Emirates Automotive Market is moderately negative with year to date September figures at 184.464 (-7%) projecting the year to be the third loser in a row. The outlook is improving thanks to economic reforms and demand is expected to soar in the next months.
Following a likely solid second quarter for the non-oil sector, the economy appears poised to be gaining steam in the third quarter. This is notably thanks to the increase of OPEC oil production targets in June as reflected by a noticeable increase in oil output in July and August. Furthermore, although the PMI softened somewhat in the same period—indicating waning momentum in the non-oil economy—a swath of recent reforms enacted throughout the Emirates should be starting to bear fruit in Q4 and beyond, further buttressing economic activity.
Higher investment and public spending are likely to drive growth higher this year and next. Particularly, infrastructure investment related to the country’s preparation to host the 2020 World Expo will support the outlook, buttressing the construction sector. Furthermore, recent business-friendly reforms and a new investment law to be unveiled in Q4—which will authorize complete foreign ownership of firms in select sectors—are poised to boost investor confidence and support higher FDI inflows.
UAE vehicles market is running across the hardest crisis of last decades, following a long period of robust expansion. Indeed, in recent years sales grew from 291.000 in the 2012 to the all time record of 408.252 established in the 2015. The demand contraction related to the oil price decline in the international market hit the country more than any other in the region. In addition, it must be considered the relevance of trading activity for vehicles registered in the Emirates and then exported (others GCCs and Africa).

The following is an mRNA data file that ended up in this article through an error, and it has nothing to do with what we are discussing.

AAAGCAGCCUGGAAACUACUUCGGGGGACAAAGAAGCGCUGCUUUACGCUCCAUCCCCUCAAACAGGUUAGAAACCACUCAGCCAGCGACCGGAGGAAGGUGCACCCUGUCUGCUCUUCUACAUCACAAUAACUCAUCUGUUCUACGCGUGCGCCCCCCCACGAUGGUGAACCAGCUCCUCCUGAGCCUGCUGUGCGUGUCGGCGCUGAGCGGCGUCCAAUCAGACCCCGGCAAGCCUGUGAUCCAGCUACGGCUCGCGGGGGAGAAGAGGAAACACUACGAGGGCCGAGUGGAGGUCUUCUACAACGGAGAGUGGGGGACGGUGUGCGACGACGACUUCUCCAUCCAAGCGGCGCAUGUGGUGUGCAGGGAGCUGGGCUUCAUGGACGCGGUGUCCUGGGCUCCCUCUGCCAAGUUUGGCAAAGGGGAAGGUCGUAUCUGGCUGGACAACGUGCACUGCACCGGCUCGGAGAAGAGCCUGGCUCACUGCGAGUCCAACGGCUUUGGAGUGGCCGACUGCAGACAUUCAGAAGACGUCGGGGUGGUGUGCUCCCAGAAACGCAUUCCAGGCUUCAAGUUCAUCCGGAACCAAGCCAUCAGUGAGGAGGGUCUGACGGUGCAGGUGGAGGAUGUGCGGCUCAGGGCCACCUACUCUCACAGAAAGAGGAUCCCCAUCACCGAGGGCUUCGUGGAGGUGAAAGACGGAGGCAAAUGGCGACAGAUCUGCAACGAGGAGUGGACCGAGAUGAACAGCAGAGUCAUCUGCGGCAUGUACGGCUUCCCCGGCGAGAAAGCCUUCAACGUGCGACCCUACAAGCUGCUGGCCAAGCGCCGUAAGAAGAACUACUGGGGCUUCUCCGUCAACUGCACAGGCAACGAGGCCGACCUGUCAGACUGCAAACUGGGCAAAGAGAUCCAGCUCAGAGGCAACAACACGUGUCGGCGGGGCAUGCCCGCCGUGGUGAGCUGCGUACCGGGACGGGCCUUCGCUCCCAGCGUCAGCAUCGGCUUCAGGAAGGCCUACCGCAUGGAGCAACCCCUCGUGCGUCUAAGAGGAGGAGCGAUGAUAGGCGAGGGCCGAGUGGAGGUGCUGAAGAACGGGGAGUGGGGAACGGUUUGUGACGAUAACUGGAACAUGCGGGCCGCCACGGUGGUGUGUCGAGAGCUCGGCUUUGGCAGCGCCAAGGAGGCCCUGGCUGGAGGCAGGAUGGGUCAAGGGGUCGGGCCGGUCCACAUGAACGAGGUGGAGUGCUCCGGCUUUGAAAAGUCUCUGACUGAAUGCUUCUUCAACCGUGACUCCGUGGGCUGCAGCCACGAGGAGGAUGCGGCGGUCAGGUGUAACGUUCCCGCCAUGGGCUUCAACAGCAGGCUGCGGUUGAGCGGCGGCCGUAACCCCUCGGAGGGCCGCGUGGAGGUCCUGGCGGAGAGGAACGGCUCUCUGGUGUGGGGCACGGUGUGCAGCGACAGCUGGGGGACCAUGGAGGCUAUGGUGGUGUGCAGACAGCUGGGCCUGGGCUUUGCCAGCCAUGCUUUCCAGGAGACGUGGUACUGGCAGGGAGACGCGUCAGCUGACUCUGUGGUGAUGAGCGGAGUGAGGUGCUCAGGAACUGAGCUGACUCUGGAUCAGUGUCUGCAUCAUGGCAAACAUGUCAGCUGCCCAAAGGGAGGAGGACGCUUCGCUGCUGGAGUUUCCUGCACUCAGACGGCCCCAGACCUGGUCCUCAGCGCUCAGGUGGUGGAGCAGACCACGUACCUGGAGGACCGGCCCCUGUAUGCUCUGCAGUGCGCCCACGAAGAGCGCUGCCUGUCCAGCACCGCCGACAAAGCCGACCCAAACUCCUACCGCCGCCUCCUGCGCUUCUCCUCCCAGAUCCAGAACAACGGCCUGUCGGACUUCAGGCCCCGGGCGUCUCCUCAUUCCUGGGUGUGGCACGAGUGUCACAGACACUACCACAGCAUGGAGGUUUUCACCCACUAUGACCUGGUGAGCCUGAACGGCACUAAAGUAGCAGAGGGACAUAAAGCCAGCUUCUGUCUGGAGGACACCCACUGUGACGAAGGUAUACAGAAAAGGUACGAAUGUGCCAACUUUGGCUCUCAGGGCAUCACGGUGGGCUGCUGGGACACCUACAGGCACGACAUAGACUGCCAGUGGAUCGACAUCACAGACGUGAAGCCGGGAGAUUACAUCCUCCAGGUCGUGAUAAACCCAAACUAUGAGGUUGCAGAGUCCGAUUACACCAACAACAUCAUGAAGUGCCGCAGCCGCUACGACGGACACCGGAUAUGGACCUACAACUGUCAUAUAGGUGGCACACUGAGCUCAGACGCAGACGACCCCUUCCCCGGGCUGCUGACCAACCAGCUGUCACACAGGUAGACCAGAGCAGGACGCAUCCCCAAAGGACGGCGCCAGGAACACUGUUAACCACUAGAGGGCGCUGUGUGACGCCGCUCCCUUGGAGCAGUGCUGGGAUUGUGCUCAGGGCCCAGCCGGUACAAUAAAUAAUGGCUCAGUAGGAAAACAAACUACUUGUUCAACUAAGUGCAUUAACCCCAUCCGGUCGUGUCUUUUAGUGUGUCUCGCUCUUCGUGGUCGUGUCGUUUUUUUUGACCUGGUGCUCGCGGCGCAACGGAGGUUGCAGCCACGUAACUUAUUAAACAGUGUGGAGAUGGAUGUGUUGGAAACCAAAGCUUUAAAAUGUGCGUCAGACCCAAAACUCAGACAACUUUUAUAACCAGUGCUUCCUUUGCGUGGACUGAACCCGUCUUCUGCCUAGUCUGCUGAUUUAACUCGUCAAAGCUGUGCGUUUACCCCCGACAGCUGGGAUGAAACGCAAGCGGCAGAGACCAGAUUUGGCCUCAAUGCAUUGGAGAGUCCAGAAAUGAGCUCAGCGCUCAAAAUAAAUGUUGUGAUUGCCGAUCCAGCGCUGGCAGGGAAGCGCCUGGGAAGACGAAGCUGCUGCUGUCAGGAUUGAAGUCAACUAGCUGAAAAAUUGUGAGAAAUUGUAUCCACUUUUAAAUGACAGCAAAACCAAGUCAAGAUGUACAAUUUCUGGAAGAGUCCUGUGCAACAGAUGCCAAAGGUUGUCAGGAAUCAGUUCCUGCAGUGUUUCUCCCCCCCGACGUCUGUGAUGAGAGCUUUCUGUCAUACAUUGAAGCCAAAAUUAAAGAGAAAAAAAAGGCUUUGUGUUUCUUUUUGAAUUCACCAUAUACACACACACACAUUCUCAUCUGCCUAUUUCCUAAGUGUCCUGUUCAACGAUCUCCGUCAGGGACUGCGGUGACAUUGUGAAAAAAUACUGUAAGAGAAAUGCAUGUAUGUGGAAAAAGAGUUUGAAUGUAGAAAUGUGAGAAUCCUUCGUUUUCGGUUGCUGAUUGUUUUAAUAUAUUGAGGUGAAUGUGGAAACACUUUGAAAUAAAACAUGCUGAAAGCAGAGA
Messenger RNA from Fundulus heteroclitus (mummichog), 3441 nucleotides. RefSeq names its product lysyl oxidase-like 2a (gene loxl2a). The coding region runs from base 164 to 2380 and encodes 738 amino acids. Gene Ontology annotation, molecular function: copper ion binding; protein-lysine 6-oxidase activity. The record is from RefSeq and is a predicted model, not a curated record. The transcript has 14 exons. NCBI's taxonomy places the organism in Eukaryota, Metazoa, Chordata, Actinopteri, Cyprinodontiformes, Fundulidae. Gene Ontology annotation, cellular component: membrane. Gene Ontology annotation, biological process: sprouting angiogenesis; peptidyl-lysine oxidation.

This activity has been hit as well, due to low demand from Africa and others GCC countries. The effect was a huge fall in the 2016 and again in the 2017, when full year sales fell down at 276.081 (-11.2% ) despite the sales boom reported in December.
On January 2018 a Value Added Tax (VAT) has been introduced in Saudi Arabia and the United Arab Emirates for the first time, breaking a milestone, if considering Gulf states have long attracted foreign workers and capitals with the promise of tax-free living. But governments want to increase revenue in the face of lower oil prices and a 5% levy is being applied to the majority of goods and services. For “technical reasons” other members of the Gulf Co-operation Council – Bahrain, Kuwait, Oman, and Qatar -, also committed to introduce VAT, have delayed plans until at least 2019.
Starting the 2018, the effects of VAT introduction had been sharp in both KSA and UAE. However, while in the Saudi Market sales are reported heavily negative, in the UAE strong economic evolution sustained vehicles demand recovery since the Q2. Indeed, light vehicles sales year to date September were 184.464 (-7.2%) projecting the year down for the third year in a row.
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Brand wise, the leader Toyota sold 47.615 vehicles (-19.3%) with market share at 25.1%, the lowest in this decade.
In second place Nissan with 40.422 units (+23.6%) followed by Mitsubishi with 19.186 (-0.5%) and BMW with 12.034 (-10.1%).
Research, Consulting, Data & Forecast
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